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He said he had little doubt Mr Dotcom was simply trying to get politicians in place who might be able to help block his extradition.
"You've got a guy who can't buy a house in New Zealand, but he can buy a political party. I think most New Zealanders would look at that and be pretty cynical about it. No one should be under any illusion.
"This is a very wealthy guy trying to buy a political party to stop himself being extradited."
He said Ms Harre and Mr Harawira had "zero" in common with Dotcom.
"Kim Dotcom lives in a house that is probably worth about $25 million. FBI records show the hundreds of millions of dollars that came with him.
"And you're telling me he's a natural bedfellow of Laila Harre and Hone Harawira? If you believe that then you believe Santa Claus is going to turn up 12 times a year just to make New Zealand a more joyous place."
The Internet Mana deal is aimed at maximising the number of MPs Harawira can bring into Parliament with him if he holds his Te Tai Tokerau electorate.
He said he had not known the law allowed parties to stand as joint force and then split into separate parties after the election and "it seems a bit of a rort."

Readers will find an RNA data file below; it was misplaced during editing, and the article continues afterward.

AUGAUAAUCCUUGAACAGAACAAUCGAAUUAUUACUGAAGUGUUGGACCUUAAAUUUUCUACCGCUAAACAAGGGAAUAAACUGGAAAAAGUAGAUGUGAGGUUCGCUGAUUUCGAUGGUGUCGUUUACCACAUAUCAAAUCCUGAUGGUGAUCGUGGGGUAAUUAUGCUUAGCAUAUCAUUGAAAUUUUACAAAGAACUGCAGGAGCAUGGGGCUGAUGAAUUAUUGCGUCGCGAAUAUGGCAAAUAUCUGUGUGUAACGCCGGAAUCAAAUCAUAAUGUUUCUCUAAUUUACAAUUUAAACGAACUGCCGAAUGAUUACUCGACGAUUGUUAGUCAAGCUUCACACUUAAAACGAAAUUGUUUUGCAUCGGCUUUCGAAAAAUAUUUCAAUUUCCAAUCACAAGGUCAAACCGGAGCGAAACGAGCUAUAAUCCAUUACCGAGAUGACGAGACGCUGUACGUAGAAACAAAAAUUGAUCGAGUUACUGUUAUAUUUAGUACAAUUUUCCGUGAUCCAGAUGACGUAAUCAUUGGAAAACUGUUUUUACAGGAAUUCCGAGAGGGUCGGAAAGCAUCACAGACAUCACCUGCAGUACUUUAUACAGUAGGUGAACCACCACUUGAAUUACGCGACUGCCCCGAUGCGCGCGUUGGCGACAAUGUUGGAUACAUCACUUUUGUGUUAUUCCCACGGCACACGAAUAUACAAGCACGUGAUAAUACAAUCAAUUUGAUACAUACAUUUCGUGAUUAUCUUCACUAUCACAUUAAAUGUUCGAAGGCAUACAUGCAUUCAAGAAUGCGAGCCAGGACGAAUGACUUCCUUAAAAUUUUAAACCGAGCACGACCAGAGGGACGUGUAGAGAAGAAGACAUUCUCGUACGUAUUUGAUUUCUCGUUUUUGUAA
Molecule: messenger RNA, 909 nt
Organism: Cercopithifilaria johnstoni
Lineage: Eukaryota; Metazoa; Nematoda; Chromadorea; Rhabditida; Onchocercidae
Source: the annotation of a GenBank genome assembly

Mr Key said there was a difference between that and the deals National struck over electorates with Act in Epsom and United Future's Peter Dunne in Ohariu. "Those people win their seats outright, in their own right. Their motivations are the beliefs of those parties. That's not the case here."
He said the Internet Mana Party's first joint policy of free tertiary education was "unaffordable and New Zealanders will know that."
"That's what you're going to see from the far left of politics. You'll be led by Russel Norman, Kim Dotcom, Mana, David Cunliffe, you're going to see extreme examples that New Zealand can't afford and fundamentally promises they can never meet."
Mr Key said he was not worried about the impact of the Internet Mana Party on National because it would take votes from the Greens and "disaffected Labour voters" rather than National.
"From National's point of view it's of no great relevance. But if you're Metiria Turei, Russel Norman, maybe David Cunliffe, you might be just a little more worried."
- By Claire Trevett of the NZ Herald